Definitions for glacisˈgleɪ sɪs, ˈglæs ɪs; ˈgleɪ siz, -sɪz, ˈglæs iz, -ɪz
This page provides all possible meanings and translations of the word glacis
Random House Webster's College Dictionary
gla•cisˈgleɪ sɪs, ˈglæs ɪs; ˈgleɪ siz, -sɪz, ˈglæs iz, -ɪz(n.)(pl.)gla•cis; gla•cis•es.
a gentle slope.
Category: Geography (terms)
a gradually sloping embankment of earth dug from the ditch of a fortification, leading downward from the counterscarp toward open country.
Origin of glacis:
1665–75; < MF; akin to OF glacier to slide; cf. L glacāre to make into ice; see glacé
A gentle incline in front of a fortification.
The angled armour plate on the front of a tank; glacis plate.
A device for sorting mail which slides parcels across a sloped surface.
a gentle slope, or a smooth, gently sloping bank; especially (Fort.), that slope of earth which inclines from the covered way toward the exterior ground or country (see Illust. of Ravelin)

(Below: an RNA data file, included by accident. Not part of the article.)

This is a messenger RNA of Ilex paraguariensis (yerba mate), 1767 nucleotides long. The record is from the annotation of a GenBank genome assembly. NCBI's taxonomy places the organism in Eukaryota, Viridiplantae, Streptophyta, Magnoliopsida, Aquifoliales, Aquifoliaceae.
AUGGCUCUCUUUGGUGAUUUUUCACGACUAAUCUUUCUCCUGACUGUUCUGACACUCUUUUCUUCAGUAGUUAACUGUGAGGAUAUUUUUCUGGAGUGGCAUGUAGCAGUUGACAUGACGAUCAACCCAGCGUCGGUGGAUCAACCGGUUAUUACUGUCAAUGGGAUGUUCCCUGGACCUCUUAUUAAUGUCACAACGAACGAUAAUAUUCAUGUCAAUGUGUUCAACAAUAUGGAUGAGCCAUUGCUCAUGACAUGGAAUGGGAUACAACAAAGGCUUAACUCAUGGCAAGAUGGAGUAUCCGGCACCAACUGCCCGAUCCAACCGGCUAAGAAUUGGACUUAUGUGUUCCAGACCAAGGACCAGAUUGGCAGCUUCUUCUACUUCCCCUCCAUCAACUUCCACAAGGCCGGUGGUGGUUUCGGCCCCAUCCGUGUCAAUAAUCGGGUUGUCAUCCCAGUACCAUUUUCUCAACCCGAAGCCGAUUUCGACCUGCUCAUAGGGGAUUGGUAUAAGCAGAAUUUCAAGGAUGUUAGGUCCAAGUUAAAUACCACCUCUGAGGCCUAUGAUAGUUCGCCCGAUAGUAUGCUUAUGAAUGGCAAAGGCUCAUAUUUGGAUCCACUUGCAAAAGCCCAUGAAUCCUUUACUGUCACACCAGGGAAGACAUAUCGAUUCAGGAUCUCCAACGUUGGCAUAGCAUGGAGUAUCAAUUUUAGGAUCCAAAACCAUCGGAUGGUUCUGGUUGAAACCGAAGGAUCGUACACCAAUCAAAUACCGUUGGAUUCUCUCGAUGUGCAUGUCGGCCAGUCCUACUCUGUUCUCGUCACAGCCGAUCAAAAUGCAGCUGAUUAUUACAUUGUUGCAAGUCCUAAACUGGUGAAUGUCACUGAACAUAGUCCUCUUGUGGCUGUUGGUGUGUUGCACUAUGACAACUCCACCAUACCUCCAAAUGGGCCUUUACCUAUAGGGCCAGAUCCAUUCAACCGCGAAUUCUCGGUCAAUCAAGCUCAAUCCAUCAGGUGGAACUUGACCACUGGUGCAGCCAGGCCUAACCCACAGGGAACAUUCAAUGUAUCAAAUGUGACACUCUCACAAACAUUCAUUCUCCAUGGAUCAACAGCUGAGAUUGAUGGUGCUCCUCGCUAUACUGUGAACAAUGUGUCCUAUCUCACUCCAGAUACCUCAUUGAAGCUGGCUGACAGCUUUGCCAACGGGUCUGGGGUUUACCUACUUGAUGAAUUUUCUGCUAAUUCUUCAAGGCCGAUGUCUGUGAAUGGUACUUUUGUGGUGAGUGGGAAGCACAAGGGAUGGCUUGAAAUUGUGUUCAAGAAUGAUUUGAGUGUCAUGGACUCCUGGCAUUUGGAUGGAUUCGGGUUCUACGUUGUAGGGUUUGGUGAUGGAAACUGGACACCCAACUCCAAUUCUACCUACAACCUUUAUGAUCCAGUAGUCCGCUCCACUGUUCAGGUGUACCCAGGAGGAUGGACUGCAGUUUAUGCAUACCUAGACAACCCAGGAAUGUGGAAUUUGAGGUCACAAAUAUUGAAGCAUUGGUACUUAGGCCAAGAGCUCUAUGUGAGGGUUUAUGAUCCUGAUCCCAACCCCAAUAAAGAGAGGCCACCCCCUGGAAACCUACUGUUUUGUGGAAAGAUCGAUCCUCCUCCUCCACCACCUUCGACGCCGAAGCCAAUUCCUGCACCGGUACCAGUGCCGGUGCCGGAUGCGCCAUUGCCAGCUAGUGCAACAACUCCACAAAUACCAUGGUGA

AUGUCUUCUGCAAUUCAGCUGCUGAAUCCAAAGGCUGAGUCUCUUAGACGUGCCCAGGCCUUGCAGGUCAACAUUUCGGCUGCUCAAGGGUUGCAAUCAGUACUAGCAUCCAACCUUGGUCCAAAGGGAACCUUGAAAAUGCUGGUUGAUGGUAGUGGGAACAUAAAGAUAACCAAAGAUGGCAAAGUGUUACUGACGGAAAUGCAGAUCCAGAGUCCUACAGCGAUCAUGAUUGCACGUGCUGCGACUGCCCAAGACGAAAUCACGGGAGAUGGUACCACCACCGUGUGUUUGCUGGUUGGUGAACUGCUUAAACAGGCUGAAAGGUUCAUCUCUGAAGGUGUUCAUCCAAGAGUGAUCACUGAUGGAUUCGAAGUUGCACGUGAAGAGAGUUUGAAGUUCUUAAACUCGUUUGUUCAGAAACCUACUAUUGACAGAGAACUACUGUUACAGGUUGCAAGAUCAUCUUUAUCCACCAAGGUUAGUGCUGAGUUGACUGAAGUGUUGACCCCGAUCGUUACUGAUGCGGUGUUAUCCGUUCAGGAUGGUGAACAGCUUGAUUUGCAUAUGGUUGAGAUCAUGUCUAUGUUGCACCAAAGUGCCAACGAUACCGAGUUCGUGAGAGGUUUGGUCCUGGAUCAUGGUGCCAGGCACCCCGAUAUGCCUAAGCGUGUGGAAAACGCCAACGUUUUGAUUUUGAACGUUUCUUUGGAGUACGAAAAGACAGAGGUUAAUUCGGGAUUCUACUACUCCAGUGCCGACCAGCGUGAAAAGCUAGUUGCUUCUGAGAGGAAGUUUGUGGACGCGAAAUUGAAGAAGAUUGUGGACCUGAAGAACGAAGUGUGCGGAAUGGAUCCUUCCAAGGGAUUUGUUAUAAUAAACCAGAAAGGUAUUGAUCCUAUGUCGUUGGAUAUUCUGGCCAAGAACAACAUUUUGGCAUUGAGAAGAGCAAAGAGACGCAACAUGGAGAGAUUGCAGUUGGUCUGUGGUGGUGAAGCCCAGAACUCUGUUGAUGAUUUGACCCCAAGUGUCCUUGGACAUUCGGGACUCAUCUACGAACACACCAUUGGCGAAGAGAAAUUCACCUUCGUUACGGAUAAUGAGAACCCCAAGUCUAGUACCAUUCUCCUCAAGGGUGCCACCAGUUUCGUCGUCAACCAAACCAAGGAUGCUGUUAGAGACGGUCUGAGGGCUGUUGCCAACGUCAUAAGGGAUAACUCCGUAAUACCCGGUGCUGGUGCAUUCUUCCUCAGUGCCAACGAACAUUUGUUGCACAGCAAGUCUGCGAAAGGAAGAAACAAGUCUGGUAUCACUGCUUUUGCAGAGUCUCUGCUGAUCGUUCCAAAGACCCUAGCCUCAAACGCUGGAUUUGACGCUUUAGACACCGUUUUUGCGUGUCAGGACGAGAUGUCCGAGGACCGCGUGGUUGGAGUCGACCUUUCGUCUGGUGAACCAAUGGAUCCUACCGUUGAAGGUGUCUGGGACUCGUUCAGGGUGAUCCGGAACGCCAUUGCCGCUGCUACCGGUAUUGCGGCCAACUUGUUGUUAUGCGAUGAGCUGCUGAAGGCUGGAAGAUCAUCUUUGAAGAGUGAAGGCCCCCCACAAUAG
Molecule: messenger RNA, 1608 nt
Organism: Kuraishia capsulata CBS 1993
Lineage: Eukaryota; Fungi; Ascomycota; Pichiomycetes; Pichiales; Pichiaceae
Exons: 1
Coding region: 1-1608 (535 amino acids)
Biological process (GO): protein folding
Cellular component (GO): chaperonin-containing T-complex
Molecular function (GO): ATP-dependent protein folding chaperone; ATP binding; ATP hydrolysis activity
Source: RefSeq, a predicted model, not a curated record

A glacis in military engineering is an artificial slope of earth used in late European fortresses so constructed as to keep any potential assailant under the fire of the defenders until the last possible moment. On natural, level ground, troops attacking any high work have a degree of shelter from its fire when close up to it; the glacis consists of a slope with a low grade inclined towards the top of the wall. This gave defenders a direct line of sight into the assaulting force, allowing them to efficiently sweep the field with fire from the parapet. Additionally, but secondarily, the bank of earth would shield the walls from being hit directly by cannon fire. Though defenders on a high ground already have a direct line of sight, a glacis allows defenders to sweep the field more efficiently by minimizing changes to the angle of their guns while firing. Furthermore, the glacis prevents attacking cannons from having a clear shot at the walls of a fortress, as one usually cannot even see the walls until the glacis is crossed and the ditch, bounded on either side by the smooth, masoned scarp and counterscarp, is reached. More generally, the term glacis can denote any slope, natural or artificial, which fulfils the above requirements. The etymology of this French word suggests a slope made dangerous with ice, hence the relationship with glacier.
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